"Gathas for Daily Life was a warrior's manual on strategy. As novices, we were handed it when we entered the monastery and instructed to keep it close at hand at all times, even to use it as a pillow at night. The verses in it taught us how to stay present with our own minds in order to observe ourselves throughout the ordinary actions of daily life: eating, drinking, walking, standing, lying down, and working. It was as difficult as trying to find a stray water buffalo by following its zigzagging tracks. It is not easy to follow the path of return to your own mind. The mind is like a monkey swinging from branch to branch. It is not easy to catch a monkey. You have to be quick and smart, able to guess which branch the monkey will swing to next. It would be easy to shoot it, but the object here is not to kill, threaten, or coerce the monkey. The object is to know where it will go next in order to be with it. That thin book of daily verses provided us with strategies. The verses were simple, yet remarkably effective. They taught us how to observe and master all the actions of body, speech, and mind. For instance, when we washed our hands, we said to ourselves:
Washing my hands in clear water,
I pray that all people have pure hands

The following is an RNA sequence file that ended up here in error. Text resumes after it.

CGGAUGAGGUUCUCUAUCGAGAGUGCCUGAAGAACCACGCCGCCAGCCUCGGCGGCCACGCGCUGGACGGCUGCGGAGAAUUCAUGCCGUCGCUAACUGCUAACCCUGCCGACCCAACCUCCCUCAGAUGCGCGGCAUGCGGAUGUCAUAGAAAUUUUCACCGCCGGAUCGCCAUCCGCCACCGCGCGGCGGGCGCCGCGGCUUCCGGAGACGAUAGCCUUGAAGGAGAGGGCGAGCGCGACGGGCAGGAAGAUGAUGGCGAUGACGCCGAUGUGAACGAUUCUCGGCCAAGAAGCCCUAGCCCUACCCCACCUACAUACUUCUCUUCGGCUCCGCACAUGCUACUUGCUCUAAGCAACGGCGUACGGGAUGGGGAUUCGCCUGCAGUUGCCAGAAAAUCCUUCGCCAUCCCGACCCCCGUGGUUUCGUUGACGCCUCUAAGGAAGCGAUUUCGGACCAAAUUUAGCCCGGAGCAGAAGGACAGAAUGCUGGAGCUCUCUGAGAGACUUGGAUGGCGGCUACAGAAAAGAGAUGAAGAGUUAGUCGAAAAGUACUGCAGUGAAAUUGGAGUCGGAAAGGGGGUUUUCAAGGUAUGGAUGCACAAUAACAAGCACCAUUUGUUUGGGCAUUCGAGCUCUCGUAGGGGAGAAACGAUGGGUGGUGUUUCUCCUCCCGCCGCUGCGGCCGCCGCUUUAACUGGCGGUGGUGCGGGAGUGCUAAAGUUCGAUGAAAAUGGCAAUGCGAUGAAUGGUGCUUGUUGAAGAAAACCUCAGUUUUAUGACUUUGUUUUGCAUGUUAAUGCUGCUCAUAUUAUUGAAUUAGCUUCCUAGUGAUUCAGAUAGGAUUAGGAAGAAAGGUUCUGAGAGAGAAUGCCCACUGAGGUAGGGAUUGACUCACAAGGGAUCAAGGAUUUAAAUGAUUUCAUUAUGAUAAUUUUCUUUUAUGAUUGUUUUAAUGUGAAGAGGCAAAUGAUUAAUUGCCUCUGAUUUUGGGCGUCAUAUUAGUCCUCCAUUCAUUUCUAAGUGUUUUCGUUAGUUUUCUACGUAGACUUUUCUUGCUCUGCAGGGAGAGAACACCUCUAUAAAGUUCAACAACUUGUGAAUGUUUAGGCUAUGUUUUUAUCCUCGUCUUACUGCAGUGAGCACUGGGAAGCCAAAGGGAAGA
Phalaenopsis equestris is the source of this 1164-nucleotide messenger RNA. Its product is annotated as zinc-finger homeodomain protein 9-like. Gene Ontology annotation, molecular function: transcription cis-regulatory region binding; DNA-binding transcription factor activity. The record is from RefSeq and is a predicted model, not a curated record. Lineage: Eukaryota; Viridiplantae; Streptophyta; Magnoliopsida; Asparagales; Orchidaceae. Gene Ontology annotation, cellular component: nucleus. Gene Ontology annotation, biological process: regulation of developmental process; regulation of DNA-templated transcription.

to receive and care for the truth.
"The use of such gathas encourages clarity and mindfulness, making even the most ordinary tasks sacred. Going to the bathroom, taking out the garbage, and chopping wood become acts infused with poetry and art.
"Even if you have the perseverance to sit for nine years facing a wall, sitting is only one part of Zen. While cooking, washing dishes, sweeping, carrying water, or chopping wood, you dwell deeply in the present moment. We don't' cook in order to have food to eat. We don't wash dishes to have clean dishes. We cook to cook, and we wash dishes to wash dishes. The purpose is not to get these chores out of the way in order to do something more meaningful. Washing the dishes and cooking are themselves the path to Buddhahood. Buddhahood does not come from long hours of sitting. The practice of Zen is to eat, breathe, cook, carry water, and scrub the toilet to infuse every act of body, speech, and mind with mindfulness, to illuminate every leaf and pebble, every heap of garbage, every path that leads to our mind's return home. Only a person who has grasped the art of cooking, washing dishes, sweeping, and chopping wood, someone who is able to laugh at the world's weapons of money, fame, and power, can hope to descend the mountain as a hero. A hero like that will traverse the waves of success and failure without rising or sinking. In fact, few people will recognize him as a hero at all."